“Six years in this country… and not one pleasant memory.”
In Crimea near the end of the Russian Civil War, a young woman (Edith Jehanne) in love with a Bolshevik (Uno Henning) must retreat to Paris after the sudden death of her father (Eugen Jensen). In Paris, Jeanne (Jehanne) stays with her detective-uncle (Adolf E. Licho), whose blind daughter (Brigitte Helm) falls for a sociopath (Fritz Rasp) planning to murder her after inheriting her money, and who has soon framed Henning for theft of a valuable diamond.
Genres, Themes, Actors, and Directors:
- Falsely Accused
- G.W. Pabst Films
- Silent Films
G.W. Pabst is best known for the two films he made starring the incomparable Louise Brooks: Pandora’s Box / Lulu (1929) and Diary of a Lost Girl (1929). As in Pabst’s The Joyless Street (1925) (co-starring Greta Garbo), this earlier film is similarly concerned with luckless women struggling to survive in male-dominated spaces:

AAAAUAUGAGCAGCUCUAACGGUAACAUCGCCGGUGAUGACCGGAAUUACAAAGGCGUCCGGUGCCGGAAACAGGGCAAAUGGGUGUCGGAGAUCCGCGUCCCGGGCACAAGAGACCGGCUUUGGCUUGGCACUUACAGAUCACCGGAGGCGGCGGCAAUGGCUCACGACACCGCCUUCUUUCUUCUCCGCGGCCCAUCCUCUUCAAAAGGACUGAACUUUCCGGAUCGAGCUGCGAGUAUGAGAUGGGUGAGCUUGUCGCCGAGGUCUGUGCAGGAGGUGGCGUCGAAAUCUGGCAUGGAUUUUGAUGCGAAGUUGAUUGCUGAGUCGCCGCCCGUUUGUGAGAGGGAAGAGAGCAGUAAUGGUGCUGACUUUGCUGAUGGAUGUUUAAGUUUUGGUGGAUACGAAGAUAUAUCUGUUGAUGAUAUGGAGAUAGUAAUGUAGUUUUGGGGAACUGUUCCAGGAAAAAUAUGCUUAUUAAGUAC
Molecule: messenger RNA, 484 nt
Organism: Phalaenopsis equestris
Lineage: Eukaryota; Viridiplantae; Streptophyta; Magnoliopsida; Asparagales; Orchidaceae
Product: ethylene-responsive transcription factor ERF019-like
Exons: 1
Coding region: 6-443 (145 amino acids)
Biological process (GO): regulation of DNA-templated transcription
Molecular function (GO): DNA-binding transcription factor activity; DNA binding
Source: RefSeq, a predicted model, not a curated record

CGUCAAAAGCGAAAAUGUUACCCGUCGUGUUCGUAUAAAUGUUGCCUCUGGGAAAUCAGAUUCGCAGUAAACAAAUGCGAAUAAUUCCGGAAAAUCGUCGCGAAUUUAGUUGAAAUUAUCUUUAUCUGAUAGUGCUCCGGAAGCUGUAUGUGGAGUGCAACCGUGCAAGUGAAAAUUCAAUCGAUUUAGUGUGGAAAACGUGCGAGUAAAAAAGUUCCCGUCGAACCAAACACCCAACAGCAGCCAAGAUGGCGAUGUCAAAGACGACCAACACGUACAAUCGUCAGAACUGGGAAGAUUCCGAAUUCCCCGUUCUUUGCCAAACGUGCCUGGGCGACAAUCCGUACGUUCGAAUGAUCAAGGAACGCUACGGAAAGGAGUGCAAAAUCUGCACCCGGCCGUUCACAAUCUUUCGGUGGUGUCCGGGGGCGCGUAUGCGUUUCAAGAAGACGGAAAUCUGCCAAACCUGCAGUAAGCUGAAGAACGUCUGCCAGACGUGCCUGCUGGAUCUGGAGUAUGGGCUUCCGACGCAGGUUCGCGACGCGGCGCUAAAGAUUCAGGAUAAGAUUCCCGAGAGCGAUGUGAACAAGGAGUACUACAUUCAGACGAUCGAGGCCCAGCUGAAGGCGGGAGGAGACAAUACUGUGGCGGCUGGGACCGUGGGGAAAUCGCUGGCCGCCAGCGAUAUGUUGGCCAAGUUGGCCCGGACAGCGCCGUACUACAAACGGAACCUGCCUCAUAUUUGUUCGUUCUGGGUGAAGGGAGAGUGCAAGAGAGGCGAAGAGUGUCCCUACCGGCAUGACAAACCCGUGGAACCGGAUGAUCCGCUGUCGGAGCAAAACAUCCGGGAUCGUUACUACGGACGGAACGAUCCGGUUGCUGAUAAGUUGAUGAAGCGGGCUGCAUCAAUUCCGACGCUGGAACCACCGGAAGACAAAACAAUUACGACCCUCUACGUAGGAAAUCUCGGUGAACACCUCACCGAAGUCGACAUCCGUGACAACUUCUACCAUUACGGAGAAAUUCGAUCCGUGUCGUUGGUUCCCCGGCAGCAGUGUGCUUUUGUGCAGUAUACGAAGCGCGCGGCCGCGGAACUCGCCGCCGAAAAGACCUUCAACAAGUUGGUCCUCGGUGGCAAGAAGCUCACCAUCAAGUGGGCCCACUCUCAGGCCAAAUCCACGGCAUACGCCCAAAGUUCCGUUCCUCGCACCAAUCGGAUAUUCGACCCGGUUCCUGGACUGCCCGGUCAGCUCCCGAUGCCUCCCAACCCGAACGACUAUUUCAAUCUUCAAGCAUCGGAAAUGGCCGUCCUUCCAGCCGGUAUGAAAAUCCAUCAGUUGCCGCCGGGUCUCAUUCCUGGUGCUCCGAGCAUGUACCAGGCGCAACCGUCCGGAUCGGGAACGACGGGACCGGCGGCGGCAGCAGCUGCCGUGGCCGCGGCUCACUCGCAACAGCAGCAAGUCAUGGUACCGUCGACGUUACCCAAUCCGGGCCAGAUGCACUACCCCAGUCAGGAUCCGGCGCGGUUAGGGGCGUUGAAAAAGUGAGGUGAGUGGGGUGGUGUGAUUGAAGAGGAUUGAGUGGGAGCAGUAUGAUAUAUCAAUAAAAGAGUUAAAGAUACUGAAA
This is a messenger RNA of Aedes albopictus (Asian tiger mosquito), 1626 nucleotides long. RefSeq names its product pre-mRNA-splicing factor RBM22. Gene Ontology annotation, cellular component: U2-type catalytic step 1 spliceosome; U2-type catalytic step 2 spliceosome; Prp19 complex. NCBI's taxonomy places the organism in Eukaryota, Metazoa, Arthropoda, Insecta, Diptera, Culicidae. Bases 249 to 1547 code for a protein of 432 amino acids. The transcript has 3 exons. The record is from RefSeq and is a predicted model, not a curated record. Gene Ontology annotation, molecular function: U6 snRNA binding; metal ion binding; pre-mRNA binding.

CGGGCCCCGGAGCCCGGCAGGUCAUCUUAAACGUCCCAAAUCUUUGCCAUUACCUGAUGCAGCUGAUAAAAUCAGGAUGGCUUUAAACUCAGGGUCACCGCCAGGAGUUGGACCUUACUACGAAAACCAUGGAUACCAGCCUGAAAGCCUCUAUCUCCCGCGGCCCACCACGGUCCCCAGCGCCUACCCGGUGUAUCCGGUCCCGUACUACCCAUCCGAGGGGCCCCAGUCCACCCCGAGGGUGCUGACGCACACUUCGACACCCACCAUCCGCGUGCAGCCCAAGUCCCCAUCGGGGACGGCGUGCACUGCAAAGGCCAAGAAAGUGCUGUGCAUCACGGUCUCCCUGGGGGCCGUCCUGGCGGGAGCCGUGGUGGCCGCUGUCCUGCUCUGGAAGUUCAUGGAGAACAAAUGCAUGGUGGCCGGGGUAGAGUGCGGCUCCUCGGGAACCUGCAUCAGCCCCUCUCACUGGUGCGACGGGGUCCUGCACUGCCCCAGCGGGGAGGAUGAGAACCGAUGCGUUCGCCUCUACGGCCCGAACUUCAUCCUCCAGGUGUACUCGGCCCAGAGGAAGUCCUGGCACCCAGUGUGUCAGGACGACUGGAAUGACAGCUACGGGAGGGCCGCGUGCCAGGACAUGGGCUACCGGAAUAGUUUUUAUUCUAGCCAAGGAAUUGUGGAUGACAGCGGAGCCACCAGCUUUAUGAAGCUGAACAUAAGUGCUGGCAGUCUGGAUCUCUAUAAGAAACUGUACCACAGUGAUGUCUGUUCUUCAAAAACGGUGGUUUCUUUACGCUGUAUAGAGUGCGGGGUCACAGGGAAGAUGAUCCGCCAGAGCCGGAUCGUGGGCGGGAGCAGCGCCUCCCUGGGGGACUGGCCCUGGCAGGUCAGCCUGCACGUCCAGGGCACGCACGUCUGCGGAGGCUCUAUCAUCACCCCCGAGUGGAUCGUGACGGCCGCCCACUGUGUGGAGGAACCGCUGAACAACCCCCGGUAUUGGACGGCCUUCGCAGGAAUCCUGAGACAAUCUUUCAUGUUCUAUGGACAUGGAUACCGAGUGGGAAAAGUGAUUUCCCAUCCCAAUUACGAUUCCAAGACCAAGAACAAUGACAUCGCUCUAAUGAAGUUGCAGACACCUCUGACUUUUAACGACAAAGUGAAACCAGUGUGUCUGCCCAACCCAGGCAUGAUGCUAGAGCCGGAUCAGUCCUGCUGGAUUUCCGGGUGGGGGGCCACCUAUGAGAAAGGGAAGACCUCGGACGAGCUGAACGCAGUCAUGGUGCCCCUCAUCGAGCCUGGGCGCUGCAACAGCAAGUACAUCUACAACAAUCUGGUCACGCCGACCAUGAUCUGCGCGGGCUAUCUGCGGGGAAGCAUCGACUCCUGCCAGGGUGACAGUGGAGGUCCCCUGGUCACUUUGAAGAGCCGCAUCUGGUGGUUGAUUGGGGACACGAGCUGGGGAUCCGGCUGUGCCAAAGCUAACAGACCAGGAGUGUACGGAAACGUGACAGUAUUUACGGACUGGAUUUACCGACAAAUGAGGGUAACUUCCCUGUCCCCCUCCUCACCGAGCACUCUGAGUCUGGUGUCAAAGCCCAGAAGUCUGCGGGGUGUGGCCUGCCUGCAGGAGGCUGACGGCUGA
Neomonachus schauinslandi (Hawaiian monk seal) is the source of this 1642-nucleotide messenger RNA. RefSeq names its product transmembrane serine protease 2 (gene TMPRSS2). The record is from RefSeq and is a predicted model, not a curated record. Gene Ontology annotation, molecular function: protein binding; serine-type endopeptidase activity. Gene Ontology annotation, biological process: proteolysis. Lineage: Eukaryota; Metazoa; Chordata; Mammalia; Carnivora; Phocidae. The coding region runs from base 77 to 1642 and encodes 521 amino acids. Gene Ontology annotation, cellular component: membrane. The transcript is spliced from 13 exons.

In this case, we see the travails of not only the titular character, but her hopelessly naive blind cousin (Helm will be recognizable to film fanatics as Maria in Metropolis), who not only lives with a money-obsessed father:
… but falls for the nasty, rat-like Rasp (seen here groping a kiss with Jehanne while holding clueless Helm’s hand:
In another minor but thematically relevant scene, Jehanne watches a beautiful young bride sobbing quietly during her festivities:
… before being swept into an embrace by her enthusiastic new husband.
What’s most consistently impressive about Pabst’s work is his visual style, on ample display here. Unfortunately, the narrative — including a bit about a diamond-swallowing parrot (!):
— is pure pulp, and doesn’t really satisfy. This one is only must-see viewing for Pabst enthusiasts.
Redeeming Qualities and Moments:
- Highly expressionistic cinematography
- The wild opening orgy scene
No, though of course fans of Pabst will want to check it out. Listed as a film with Historical Importance in the back of Peary’s book.